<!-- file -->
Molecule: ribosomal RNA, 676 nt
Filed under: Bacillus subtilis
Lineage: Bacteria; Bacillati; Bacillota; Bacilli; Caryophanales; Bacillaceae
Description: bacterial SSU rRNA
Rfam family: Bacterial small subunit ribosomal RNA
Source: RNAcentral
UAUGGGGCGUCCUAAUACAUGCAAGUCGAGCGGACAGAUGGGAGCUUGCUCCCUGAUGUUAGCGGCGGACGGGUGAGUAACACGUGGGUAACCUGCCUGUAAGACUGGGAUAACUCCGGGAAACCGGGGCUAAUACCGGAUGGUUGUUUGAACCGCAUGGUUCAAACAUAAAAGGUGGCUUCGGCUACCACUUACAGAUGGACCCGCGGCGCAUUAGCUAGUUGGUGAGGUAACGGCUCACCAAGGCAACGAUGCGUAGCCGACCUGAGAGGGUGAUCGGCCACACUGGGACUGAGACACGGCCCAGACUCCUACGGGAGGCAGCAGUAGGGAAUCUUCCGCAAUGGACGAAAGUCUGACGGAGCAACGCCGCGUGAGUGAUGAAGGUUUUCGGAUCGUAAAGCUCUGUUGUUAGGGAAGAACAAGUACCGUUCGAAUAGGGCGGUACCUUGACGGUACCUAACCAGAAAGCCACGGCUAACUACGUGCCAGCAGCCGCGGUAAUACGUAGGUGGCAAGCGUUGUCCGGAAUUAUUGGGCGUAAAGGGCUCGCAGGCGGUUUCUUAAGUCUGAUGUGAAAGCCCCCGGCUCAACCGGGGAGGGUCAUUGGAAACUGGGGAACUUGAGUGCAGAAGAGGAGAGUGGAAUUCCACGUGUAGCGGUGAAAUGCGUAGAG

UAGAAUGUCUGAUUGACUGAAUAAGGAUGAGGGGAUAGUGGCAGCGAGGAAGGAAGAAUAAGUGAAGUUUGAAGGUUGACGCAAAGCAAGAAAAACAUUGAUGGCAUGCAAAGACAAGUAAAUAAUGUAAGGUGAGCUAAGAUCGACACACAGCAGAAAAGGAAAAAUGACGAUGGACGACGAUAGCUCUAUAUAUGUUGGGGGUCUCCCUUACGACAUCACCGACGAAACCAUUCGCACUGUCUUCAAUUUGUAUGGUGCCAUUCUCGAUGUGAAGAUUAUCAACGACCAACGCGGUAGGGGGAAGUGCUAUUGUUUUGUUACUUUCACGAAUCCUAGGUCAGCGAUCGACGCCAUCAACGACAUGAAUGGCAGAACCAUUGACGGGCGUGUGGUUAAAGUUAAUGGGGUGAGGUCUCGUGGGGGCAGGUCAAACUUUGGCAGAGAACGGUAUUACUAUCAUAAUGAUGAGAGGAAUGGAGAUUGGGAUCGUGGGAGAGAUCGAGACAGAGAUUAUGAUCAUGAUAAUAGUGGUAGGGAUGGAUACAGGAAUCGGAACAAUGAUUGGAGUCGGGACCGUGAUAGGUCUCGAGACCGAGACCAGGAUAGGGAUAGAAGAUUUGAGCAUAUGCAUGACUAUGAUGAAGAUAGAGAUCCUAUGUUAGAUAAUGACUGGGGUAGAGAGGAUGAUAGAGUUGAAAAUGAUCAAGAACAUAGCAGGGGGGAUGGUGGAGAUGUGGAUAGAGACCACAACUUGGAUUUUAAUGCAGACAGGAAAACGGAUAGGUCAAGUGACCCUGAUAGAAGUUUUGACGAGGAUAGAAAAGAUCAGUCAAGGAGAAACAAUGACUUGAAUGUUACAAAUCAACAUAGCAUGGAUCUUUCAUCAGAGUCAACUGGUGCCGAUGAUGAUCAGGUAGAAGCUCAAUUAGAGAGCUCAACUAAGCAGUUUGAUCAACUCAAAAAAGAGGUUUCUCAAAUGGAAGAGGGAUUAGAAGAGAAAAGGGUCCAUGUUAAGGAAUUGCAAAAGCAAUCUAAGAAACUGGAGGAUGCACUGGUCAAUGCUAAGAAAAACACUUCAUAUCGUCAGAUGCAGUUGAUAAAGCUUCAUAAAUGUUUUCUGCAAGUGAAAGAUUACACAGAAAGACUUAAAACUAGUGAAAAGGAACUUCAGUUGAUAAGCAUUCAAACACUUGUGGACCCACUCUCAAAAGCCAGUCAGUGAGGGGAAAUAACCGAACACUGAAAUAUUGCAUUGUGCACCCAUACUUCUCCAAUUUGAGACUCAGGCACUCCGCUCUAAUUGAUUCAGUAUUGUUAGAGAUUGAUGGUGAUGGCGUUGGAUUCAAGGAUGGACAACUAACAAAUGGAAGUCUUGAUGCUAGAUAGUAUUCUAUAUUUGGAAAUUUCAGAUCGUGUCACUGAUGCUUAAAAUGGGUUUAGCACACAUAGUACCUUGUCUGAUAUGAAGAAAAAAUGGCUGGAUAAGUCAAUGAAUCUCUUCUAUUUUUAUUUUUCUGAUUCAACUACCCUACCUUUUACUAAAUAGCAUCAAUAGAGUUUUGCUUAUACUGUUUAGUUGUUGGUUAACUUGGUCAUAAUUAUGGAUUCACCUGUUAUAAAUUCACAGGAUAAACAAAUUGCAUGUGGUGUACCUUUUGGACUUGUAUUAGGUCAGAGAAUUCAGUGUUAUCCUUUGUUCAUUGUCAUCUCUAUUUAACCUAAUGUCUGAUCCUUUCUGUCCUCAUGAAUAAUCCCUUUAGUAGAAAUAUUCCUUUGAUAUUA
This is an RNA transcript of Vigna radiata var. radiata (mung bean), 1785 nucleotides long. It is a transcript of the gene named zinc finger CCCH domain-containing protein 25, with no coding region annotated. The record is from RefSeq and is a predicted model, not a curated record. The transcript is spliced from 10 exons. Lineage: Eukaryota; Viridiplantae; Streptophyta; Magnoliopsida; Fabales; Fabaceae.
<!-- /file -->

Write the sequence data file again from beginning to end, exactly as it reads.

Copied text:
Molecule: ribosomal RNA, 676 nt
Filed under: Bacillus subtilis
Lineage: Bacteria; Bacillati; Bacillota; Bacilli; Caryophanales; Bacillaceae
Description: bacterial SSU rRNA
Rfam family: Bacterial small subunit ribosomal RNA
Source: RNAcentral
UAUGGGGCGUCCUAAUACAUGCAAGUCGAGCGGACAGAUGGGAGCUUGCUCCCUGAUGUUAGCGGCGGACGGGUGAGUAACACGUGGGUAACCUGCCUGUAAGACUGGGAUAACUCCGGGAAACCGGGGCUAAUACCGGAUGGUUGUUUGAACCGCAUGGUUCAAACAUAAAAGGUGGCUUCGGCUACCACUUACAGAUGGACCCGCGGCGCAUUAGCUAGUUGGUGAGGUAACGGCUCACCAAGGCAACGAUGCGUAGCCGACCUGAGAGGGUGAUCGGCCACACUGGGACUGAGACACGGCCCAGACUCCUACGGGAGGCAGCAGUAGGGAAUCUUCCGCAAUGGACGAAAGUCUGACGGAGCAACGCCGCGUGAGUGAUGAAGGUUUUCGGAUCGUAAAGCUCUGUUGUUAGGGAAGAACAAGUACCGUUCGAAUAGGGCGGUACCUUGACGGUACCUAACCAGAAAGCCACGGCUAACUACGUGCCAGCAGCCGCGGUAAUACGUAGGUGGCAAGCGUUGUCCGGAAUUAUUGGGCGUAAAGGGCUCGCAGGCGGUUUCUUAAGUCUGAUGUGAAAGCCCCCGGCUCAACCGGGGAGGGUCAUUGGAAACUGGGGAACUUGAGUGCAGAAGAGGAGAGUGGAAUUCCACGUGUAGCGGUGAAAUGCGUAGAG

UAGAAUGUCUGAUUGACUGAAUAAGGAUGAGGGGAUAGUGGCAGCGAGGAAGGAAGAAUAAGUGAAGUUUGAAGGUUGACGCAAAGCAAGAAAAACAUUGAUGGCAUGCAAAGACAAGUAAAUAAUGUAAGGUGAGCUAAGAUCGACACACAGCAGAAAAGGAAAAAUGACGAUGGACGACGAUAGCUCUAUAUAUGUUGGGGGUCUCCCUUACGACAUCACCGACGAAACCAUUCGCACUGUCUUCAAUUUGUAUGGUGCCAUUCUCGAUGUGAAGAUUAUCAACGACCAACGCGGUAGGGGGAAGUGCUAUUGUUUUGUUACUUUCACGAAUCCUAGGUCAGCGAUCGACGCCAUCAACGACAUGAAUGGCAGAACCAUUGACGGGCGUGUGGUUAAAGUUAAUGGGGUGAGGUCUCGUGGGGGCAGGUCAAACUUUGGCAGAGAACGGUAUUACUAUCAUAAUGAUGAGAGGAAUGGAGAUUGGGAUCGUGGGAGAGAUCGAGACAGAGAUUAUGAUCAUGAUAAUAGUGGUAGGGAUGGAUACAGGAAUCGGAACAAUGAUUGGAGUCGGGACCGUGAUAGGUCUCGAGACCGAGACCAGGAUAGGGAUAGAAGAUUUGAGCAUAUGCAUGACUAUGAUGAAGAUAGAGAUCCUAUGUUAGAUAAUGACUGGGGUAGAGAGGAUGAUAGAGUUGAAAAUGAUCAAGAACAUAGCAGGGGGGAUGGUGGAGAUGUGGAUAGAGACCACAACUUGGAUUUUAAUGCAGACAGGAAAACGGAUAGGUCAAGUGACCCUGAUAGAAGUUUUGACGAGGAUAGAAAAGAUCAGUCAAGGAGAAACAAUGACUUGAAUGUUACAAAUCAACAUAGCAUGGAUCUUUCAUCAGAGUCAACUGGUGCCGAUGAUGAUCAGGUAGAAGCUCAAUUAGAGAGCUCAACUAAGCAGUUUGAUCAACUCAAAAAAGAGGUUUCUCAAAUGGAAGAGGGAUUAGAAGAGAAAAGGGUCCAUGUUAAGGAAUUGCAAAAGCAAUCUAAGAAACUGGAGGAUGCACUGGUCAAUGCUAAGAAAAACACUUCAUAUCGUCAGAUGCAGUUGAUAAAGCUUCAUAAAUGUUUUCUGCAAGUGAAAGAUUACACAGAAAGACUUAAAACUAGUGAAAAGGAACUUCAGUUGAUAAGCAUUCAAACACUUGUGGACCCACUCUCAAAAGCCAGUCAGUGAGGGGAAAUAACCGAACACUGAAAUAUUGCAUUGUGCACCCAUACUUCUCCAAUUUGAGACUCAGGCACUCCGCUCUAAUUGAUUCAGUAUUGUUAGAGAUUGAUGGUGAUGGCGUUGGAUUCAAGGAUGGACAACUAACAAAUGGAAGUCUUGAUGCUAGAUAGUAUUCUAUAUUUGGAAAUUUCAGAUCGUGUCACUGAUGCUUAAAAUGGGUUUAGCACACAUAGUACCUUGUCUGAUAUGAAGAAAAAAUGGCUGGAUAAGUCAAUGAAUCUCUUCUAUUUUUAUUUUUCUGAUUCAACUACCCUACCUUUUACUAAAUAGCAUCAAUAGAGUUUUGCUUAUACUGUUUAGUUGUUGGUUAACUUGGUCAUAAUUAUGGAUUCACCUGUUAUAAAUUCACAGGAUAAACAAAUUGCAUGUGGUGUACCUUUUGGACUUGUAUUAGGUCAGAGAAUUCAGUGUUAUCCUUUGUUCAUUGUCAUCUCUAUUUAACCUAAUGUCUGAUCCUUUCUGUCCUCAUGAAUAAUCCCUUUAGUAGAAAUAUUCCUUUGAUAUUA
This is an RNA transcript of Vigna radiata var. radiata (mung bean), 1785 nucleotides long. It is a transcript of the gene named zinc finger CCCH domain-containing protein 25, with no coding region annotated. The record is from RefSeq and is a predicted model, not a curated record. The transcript is spliced from 10 exons. Lineage: Eukaryota; Viridiplantae; Streptophyta; Magnoliopsida; Fabales; Fabaceae.